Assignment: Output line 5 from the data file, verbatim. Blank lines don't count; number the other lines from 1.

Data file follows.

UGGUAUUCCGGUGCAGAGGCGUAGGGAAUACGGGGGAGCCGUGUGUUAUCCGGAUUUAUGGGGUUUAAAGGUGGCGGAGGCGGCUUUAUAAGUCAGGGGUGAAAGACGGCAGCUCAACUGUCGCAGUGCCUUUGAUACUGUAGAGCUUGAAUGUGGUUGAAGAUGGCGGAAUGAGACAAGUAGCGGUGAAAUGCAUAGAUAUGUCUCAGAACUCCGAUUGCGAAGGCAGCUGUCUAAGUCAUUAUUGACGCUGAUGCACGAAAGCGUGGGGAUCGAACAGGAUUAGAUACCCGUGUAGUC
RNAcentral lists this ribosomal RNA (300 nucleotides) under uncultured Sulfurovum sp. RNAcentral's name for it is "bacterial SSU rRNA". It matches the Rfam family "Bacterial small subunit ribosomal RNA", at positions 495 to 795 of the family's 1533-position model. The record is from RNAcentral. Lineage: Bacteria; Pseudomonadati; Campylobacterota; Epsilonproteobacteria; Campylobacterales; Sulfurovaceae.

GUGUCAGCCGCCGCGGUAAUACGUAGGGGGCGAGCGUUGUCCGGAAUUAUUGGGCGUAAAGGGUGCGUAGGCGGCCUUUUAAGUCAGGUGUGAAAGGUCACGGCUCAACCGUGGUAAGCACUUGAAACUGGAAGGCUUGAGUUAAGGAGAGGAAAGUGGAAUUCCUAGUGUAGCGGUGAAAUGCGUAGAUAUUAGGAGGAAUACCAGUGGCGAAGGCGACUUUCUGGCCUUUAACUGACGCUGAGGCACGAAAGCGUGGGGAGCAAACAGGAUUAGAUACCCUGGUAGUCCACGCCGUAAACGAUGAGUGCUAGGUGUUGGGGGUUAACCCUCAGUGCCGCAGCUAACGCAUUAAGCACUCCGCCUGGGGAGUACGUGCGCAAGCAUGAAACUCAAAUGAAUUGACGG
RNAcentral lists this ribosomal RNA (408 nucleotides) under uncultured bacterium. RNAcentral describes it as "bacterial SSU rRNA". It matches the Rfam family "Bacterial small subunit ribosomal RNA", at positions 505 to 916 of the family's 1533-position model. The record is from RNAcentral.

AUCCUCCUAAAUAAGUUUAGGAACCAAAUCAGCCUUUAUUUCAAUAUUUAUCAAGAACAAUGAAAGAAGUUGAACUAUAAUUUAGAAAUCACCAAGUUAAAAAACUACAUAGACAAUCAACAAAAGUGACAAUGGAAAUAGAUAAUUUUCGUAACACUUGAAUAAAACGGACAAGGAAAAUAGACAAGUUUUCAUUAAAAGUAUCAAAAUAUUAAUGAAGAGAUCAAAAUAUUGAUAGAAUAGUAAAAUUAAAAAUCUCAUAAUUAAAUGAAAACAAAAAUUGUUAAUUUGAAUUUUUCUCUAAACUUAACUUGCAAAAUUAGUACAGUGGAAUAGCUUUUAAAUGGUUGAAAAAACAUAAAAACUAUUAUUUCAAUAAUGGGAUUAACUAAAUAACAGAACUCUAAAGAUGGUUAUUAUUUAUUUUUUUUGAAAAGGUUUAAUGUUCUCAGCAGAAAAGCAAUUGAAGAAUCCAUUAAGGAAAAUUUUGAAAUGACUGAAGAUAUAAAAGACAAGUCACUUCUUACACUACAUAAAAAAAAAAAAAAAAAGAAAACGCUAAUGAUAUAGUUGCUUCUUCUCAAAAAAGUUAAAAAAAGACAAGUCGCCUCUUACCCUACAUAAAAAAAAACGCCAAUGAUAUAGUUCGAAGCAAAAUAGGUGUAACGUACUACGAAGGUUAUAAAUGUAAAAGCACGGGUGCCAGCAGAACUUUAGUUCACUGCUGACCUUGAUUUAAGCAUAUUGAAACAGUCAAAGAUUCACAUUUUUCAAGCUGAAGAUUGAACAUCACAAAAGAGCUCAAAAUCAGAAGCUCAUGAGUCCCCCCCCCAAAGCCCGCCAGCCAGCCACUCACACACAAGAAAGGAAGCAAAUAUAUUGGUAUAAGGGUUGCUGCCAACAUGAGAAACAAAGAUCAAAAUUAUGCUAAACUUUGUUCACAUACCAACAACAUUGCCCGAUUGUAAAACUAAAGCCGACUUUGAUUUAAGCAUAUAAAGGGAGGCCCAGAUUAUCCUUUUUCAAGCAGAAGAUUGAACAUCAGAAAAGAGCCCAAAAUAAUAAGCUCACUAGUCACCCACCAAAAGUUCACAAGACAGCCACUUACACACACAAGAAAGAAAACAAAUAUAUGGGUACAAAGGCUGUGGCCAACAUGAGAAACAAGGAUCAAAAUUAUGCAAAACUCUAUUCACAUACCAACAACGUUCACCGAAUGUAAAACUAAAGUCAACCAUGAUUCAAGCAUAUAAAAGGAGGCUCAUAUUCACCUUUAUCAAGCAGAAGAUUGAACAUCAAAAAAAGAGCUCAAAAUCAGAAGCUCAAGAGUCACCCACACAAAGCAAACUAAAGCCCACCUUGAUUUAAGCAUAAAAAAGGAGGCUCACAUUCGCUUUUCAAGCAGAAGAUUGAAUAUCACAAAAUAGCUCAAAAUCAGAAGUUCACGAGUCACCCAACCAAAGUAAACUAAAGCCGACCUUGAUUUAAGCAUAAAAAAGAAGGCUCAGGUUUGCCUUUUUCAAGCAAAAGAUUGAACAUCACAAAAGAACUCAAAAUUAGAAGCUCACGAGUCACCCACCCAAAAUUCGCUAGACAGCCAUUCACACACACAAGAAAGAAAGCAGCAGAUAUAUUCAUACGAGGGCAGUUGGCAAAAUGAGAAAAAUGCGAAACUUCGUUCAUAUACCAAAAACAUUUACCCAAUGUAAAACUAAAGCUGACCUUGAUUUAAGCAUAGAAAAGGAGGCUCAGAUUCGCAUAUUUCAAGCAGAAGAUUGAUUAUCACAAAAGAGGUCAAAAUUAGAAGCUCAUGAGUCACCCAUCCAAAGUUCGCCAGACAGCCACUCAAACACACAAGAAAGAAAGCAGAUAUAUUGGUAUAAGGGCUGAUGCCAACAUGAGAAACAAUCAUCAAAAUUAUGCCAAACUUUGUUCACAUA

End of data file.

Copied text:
AUCCUCCUAAAUAAGUUUAGGAACCAAAUCAGCCUUUAUUUCAAUAUUUAUCAAGAACAAUGAAAGAAGUUGAACUAUAAUUUAGAAAUCACCAAGUUAAAAAACUACAUAGACAAUCAACAAAAGUGACAAUGGAAAUAGAUAAUUUUCGUAACACUUGAAUAAAACGGACAAGGAAAAUAGACAAGUUUUCAUUAAAAGUAUCAAAAUAUUAAUGAAGAGAUCAAAAUAUUGAUAGAAUAGUAAAAUUAAAAAUCUCAUAAUUAAAUGAAAACAAAAAUUGUUAAUUUGAAUUUUUCUCUAAACUUAACUUGCAAAAUUAGUACAGUGGAAUAGCUUUUAAAUGGUUGAAAAAACAUAAAAACUAUUAUUUCAAUAAUGGGAUUAACUAAAUAACAGAACUCUAAAGAUGGUUAUUAUUUAUUUUUUUUGAAAAGGUUUAAUGUUCUCAGCAGAAAAGCAAUUGAAGAAUCCAUUAAGGAAAAUUUUGAAAUGACUGAAGAUAUAAAAGACAAGUCACUUCUUACACUACAUAAAAAAAAAAAAAAAAAGAAAACGCUAAUGAUAUAGUUGCUUCUUCUCAAAAAAGUUAAAAAAAGACAAGUCGCCUCUUACCCUACAUAAAAAAAAACGCCAAUGAUAUAGUUCGAAGCAAAAUAGGUGUAACGUACUACGAAGGUUAUAAAUGUAAAAGCACGGGUGCCAGCAGAACUUUAGUUCACUGCUGACCUUGAUUUAAGCAUAUUGAAACAGUCAAAGAUUCACAUUUUUCAAGCUGAAGAUUGAACAUCACAAAAGAGCUCAAAAUCAGAAGCUCAUGAGUCCCCCCCCCAAAGCCCGCCAGCCAGCCACUCACACACAAGAAAGGAAGCAAAUAUAUUGGUAUAAGGGUUGCUGCCAACAUGAGAAACAAAGAUCAAAAUUAUGCUAAACUUUGUUCACAUACCAACAACAUUGCCCGAUUGUAAAACUAAAGCCGACUUUGAUUUAAGCAUAUAAAGGGAGGCCCAGAUUAUCCUUUUUCAAGCAGAAGAUUGAACAUCAGAAAAGAGCCCAAAAUAAUAAGCUCACUAGUCACCCACCAAAAGUUCACAAGACAGCCACUUACACACACAAGAAAGAAAACAAAUAUAUGGGUACAAAGGCUGUGGCCAACAUGAGAAACAAGGAUCAAAAUUAUGCAAAACUCUAUUCACAUACCAACAACGUUCACCGAAUGUAAAACUAAAGUCAACCAUGAUUCAAGCAUAUAAAAGGAGGCUCAUAUUCACCUUUAUCAAGCAGAAGAUUGAACAUCAAAAAAAGAGCUCAAAAUCAGAAGCUCAAGAGUCACCCACACAAAGCAAACUAAAGCCCACCUUGAUUUAAGCAUAAAAAAGGAGGCUCACAUUCGCUUUUCAAGCAGAAGAUUGAAUAUCACAAAAUAGCUCAAAAUCAGAAGUUCACGAGUCACCCAACCAAAGUAAACUAAAGCCGACCUUGAUUUAAGCAUAAAAAAGAAGGCUCAGGUUUGCCUUUUUCAAGCAAAAGAUUGAACAUCACAAAAGAACUCAAAAUUAGAAGCUCACGAGUCACCCACCCAAAAUUCGCUAGACAGCCAUUCACACACACAAGAAAGAAAGCAGCAGAUAUAUUCAUACGAGGGCAGUUGGCAAAAUGAGAAAAAUGCGAAACUUCGUUCAUAUACCAAAAACAUUUACCCAAUGUAAAACUAAAGCUGACCUUGAUUUAAGCAUAGAAAAGGAGGCUCAGAUUCGCAUAUUUCAAGCAGAAGAUUGAUUAUCACAAAAGAGGUCAAAAUUAGAAGCUCAUGAGUCACCCAUCCAAAGUUCGCCAGACAGCCACUCAAACACACAAGAAAGAAAGCAGAUAUAUUGGUAUAAGGGCUGAUGCCAACAUGAGAAACAAUCAUCAAAAUUAUGCCAAACUUUGUUCACAUA